The numbers are in, and the Federal Reserve tells us that total household debt for 2010 hit the lowest level since 2004, as the WSJ reports.
While this is good news – - a broad reduction in household debt is another brick in the foundation upon which the recovery will be built – household debts (which include mortgages and credit cards) still total more than 116% of disposable income, which is higher than the less-than-100% level many experts consider ideal.
And of course, over half the drop in debt did not happen the old fashioned way of earning more and spending less:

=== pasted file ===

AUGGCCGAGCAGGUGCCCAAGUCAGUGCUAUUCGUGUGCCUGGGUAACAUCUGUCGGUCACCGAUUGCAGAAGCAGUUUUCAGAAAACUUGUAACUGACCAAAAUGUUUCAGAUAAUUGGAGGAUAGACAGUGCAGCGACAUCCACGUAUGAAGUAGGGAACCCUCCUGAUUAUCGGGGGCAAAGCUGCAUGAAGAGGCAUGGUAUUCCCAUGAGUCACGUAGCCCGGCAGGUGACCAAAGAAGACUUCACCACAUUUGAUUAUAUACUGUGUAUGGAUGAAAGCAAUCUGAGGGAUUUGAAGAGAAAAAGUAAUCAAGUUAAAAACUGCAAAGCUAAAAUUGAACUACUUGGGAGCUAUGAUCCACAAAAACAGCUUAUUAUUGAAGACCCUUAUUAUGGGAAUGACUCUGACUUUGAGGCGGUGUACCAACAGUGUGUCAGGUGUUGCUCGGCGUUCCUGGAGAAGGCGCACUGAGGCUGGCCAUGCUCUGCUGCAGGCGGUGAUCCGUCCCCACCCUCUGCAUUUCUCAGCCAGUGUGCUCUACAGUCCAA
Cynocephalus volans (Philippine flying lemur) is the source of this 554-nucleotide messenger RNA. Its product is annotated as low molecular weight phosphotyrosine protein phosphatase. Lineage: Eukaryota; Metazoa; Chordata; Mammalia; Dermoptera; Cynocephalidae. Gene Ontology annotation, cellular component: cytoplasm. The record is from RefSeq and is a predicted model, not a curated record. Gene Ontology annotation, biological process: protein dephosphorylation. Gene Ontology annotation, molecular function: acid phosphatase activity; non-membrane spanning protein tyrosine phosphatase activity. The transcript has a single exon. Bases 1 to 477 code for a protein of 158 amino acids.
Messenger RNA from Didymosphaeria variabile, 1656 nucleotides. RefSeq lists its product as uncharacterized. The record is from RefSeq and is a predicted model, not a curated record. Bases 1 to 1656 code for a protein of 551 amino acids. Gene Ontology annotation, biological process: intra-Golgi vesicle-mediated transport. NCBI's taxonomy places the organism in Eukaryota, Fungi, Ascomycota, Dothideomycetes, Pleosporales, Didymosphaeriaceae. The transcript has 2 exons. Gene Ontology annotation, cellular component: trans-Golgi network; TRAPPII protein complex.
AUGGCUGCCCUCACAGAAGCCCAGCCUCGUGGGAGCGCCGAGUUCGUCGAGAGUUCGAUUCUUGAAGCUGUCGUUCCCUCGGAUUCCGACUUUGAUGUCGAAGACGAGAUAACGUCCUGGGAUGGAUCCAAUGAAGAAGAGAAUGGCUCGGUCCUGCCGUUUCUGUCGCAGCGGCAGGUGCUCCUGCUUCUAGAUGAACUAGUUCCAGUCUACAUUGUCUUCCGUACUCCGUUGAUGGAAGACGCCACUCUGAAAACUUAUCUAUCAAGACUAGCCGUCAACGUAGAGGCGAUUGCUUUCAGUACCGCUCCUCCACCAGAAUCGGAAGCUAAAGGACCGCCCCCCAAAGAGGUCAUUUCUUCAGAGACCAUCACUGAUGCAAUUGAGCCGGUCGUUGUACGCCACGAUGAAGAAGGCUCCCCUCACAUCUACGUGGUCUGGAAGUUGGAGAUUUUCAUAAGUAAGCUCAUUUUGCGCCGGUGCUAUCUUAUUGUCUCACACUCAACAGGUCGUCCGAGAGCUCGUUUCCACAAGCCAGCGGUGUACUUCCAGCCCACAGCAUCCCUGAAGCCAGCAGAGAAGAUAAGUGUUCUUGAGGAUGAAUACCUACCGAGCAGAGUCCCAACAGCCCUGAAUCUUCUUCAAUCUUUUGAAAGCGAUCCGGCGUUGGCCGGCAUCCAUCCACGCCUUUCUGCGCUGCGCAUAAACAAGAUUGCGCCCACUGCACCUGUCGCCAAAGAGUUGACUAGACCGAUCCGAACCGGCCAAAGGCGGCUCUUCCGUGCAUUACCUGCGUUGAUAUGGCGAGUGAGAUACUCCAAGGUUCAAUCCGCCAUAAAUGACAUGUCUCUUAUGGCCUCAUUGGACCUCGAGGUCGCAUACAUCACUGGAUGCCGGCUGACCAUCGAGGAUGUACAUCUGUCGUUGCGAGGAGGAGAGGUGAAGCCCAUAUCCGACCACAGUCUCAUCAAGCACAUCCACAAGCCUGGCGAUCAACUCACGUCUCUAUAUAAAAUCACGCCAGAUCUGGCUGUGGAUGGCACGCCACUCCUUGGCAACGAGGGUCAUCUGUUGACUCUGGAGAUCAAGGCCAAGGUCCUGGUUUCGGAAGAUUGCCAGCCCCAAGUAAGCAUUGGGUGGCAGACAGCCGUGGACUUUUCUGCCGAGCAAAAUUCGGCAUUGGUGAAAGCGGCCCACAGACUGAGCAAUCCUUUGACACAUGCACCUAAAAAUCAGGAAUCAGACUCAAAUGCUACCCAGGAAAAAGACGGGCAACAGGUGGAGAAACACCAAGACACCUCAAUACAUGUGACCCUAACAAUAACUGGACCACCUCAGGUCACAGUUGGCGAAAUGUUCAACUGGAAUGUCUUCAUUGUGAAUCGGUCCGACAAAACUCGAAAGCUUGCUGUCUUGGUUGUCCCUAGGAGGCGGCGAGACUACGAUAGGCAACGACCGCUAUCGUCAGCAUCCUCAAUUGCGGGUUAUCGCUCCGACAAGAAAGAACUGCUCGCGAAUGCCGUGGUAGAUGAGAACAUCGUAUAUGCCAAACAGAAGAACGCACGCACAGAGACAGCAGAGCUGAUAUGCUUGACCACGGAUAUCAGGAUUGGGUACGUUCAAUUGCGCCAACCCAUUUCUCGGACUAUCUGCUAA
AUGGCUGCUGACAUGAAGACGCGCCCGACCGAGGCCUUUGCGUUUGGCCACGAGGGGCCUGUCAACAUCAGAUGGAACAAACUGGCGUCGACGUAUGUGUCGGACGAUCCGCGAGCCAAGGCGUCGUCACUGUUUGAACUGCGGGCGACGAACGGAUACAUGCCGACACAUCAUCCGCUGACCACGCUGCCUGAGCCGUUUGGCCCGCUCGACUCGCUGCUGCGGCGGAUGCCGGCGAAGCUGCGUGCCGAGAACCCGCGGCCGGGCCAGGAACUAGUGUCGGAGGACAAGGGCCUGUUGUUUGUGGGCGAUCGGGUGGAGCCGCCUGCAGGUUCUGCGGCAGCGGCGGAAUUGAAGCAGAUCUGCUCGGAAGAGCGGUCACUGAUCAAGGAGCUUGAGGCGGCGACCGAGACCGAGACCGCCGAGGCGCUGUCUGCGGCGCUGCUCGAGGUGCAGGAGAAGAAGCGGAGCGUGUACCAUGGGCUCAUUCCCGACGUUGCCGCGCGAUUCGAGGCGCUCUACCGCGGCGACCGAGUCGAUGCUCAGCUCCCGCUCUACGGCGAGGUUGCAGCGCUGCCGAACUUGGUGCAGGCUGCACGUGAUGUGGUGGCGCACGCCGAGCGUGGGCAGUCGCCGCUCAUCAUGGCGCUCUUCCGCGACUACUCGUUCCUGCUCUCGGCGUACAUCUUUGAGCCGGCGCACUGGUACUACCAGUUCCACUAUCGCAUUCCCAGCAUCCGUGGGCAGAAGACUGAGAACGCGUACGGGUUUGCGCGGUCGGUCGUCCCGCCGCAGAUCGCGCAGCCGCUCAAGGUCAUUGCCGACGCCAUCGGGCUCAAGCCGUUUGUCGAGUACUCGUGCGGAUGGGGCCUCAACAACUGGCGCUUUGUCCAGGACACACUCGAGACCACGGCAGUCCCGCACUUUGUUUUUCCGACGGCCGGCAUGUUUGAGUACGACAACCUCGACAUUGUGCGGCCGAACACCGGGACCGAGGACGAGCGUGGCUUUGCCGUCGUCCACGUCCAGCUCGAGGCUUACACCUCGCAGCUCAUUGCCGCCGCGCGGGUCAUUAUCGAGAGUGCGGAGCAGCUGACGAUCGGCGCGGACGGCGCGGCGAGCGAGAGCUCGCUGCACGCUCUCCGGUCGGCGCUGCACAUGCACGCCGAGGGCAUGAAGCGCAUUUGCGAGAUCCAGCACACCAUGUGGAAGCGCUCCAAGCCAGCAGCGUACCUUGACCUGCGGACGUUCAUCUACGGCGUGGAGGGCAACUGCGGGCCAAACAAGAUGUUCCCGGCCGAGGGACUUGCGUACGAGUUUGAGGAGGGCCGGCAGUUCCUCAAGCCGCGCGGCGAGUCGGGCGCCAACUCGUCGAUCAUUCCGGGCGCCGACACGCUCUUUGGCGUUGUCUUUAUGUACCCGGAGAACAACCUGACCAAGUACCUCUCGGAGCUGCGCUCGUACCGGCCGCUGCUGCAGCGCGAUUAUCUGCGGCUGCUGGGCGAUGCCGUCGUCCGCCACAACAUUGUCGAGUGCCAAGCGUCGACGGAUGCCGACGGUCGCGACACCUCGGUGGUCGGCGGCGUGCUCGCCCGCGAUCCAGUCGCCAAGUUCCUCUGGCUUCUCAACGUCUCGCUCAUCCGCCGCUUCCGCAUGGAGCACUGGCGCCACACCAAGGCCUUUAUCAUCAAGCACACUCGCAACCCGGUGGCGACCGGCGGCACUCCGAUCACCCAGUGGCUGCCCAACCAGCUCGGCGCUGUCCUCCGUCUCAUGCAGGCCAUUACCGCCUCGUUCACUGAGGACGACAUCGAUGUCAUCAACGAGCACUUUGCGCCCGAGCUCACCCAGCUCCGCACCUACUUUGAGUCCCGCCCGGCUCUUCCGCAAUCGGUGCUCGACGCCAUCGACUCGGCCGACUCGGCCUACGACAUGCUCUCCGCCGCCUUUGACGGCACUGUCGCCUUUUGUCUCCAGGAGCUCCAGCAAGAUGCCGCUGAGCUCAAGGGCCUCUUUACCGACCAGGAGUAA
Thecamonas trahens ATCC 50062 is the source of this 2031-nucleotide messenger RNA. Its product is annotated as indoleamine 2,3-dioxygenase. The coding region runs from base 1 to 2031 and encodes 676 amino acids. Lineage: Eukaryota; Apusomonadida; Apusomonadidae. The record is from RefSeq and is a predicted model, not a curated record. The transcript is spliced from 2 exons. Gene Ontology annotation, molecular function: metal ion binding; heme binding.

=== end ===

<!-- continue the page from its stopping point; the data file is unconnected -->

“Defaults on mortgages and credit cards played a large role in bringing down household debt, underscoring the extent of the financial distress still afflicting U.S. families. Commercial banks wrote off $118 billion in mortgage, credit-card and other consumer debt in 2010, the Fed said.”
How about you? Does your household owe more, or less than this time last year? If you reduced debt, how did you do it?